By the end of 1936, there were 39 more franchised restaurants, creating a total of 41 Howard Johnson’s restaurants. By 1939, there were 107 Howard Johnson’s restaurants along various American East Coast highways, generating revenues of $10.5 million. In less than 14 years, Johnson directed a franchise network of over 10,000 employees with 170 restaurants, many serving 1.5 million people a year.
The unique icons of orange roofs, cupolas, and weather vanes on Howard Johnson properties helped patrons identify the chain’s restaurants and motels. The restaurant’s trademark Simple Simon and the Pieman logo was created by artist John Alcott in the 1930s.
There were 200 Howard Johnson’s restaurants when America entered World War II.
By 1944, only 12 Howard Johnson’s restaurants remained in business. The effects of war rationing had crippled the company. Johnson managed to maintain his business by serving commissary food to war workers and U.S. Army recruits. When the Pennsylvania Turnpike (1940), and later the Ohio Turnpike, New Jersey Turnpike and Connecticut Turnpike were built, Johnson bid for and won exclusive rights to serve drivers at service station turnoffs through the turnpike systems.
In the process of recovering from these losses, in 1947 the Howard Johnson’s company began construction of 200 new restaurants throughout the American Southeast and Midwest. By 1951, the sales of the Howard Johnson’s company totaled $115 million.
By 1954, there were 400 Howard Johnson’s restaurants in 32 states, about 10% of which were extremely profitable company-owned turnpike restaurants; the rest were franchises. This was one of the first nationwide restaurant chains.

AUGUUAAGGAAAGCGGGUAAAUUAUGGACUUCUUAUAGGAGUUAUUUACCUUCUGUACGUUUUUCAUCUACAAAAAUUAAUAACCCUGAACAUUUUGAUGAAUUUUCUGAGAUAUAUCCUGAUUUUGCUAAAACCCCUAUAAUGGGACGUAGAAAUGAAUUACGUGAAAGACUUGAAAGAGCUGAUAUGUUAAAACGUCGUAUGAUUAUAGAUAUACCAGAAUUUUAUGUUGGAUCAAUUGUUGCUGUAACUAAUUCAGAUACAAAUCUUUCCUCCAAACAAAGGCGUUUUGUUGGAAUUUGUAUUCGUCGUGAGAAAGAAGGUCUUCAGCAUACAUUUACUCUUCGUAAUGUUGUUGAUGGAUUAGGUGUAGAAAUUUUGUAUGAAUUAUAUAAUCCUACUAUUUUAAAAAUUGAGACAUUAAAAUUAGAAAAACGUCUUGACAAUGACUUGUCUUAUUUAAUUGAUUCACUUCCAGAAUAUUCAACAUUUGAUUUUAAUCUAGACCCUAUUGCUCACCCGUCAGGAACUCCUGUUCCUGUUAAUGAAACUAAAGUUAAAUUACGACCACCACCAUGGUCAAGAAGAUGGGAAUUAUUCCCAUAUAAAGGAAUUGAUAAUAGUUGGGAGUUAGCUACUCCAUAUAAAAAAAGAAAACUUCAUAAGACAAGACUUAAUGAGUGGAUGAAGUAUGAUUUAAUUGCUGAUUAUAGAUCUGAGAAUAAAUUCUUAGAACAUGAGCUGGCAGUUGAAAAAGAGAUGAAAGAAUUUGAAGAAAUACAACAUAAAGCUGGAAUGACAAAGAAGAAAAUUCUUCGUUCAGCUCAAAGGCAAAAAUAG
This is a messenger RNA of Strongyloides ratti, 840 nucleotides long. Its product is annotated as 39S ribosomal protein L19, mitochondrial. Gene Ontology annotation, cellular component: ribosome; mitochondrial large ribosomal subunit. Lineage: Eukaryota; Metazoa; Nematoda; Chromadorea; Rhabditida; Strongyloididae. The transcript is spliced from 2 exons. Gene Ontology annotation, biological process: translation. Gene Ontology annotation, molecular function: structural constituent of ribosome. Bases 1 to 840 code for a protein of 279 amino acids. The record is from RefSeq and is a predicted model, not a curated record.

In 1961, Johnson hired famed New York chefs Pierre Franey and Jacques Pépin to oversee food development at the company’s main commissary in Brockton, Massachusetts. Franey and Pépin developed recipes for the company’s signature dishes that could be flash frozen and delivered across the country, guaranteeing a consistent product.
Howard Johnson hotels and motels are now part of Wyndham Worldwide. Howard Johnson’s restaurants were franchised separately from the hotel brand beginning in 1986. The food and beverage rights to the defunct restaurant are currently owned by Wyndham Worldwide. As of late 2017, no Howard Johnson’s restaurants remain. The line of branded supermarket frozen foods, including ice cream, is no longer manufactured.
While many places sold “fried clams”, they were whole, which was not universally accepted by the American dining public. Howard Johnson popularized Soffron Brothers Clam Company’s fried clam strips: the “foot” of hard-shelled sea clams. They became popular to eat in this fashion throughout the country.
I found this description and recipe at splendidtable.com:
As a large restaurant chain, Howard Johnson’s relied on a commissary system of centralized kitchens. The clams would have been prepared as strips by the supplier, but here the whole clam body is fried. Individual recipes of this size were adaptations for family cooks, but nevertheless, the result is an authentic evocation of the chain’s most famous dish.
Citizens, this is delicious and proof that fast food can be delicious when well-made. I hope you enjoy it (with cocktail or tartar sauce) as much as I did growing up.
Battle on – The Generalissimo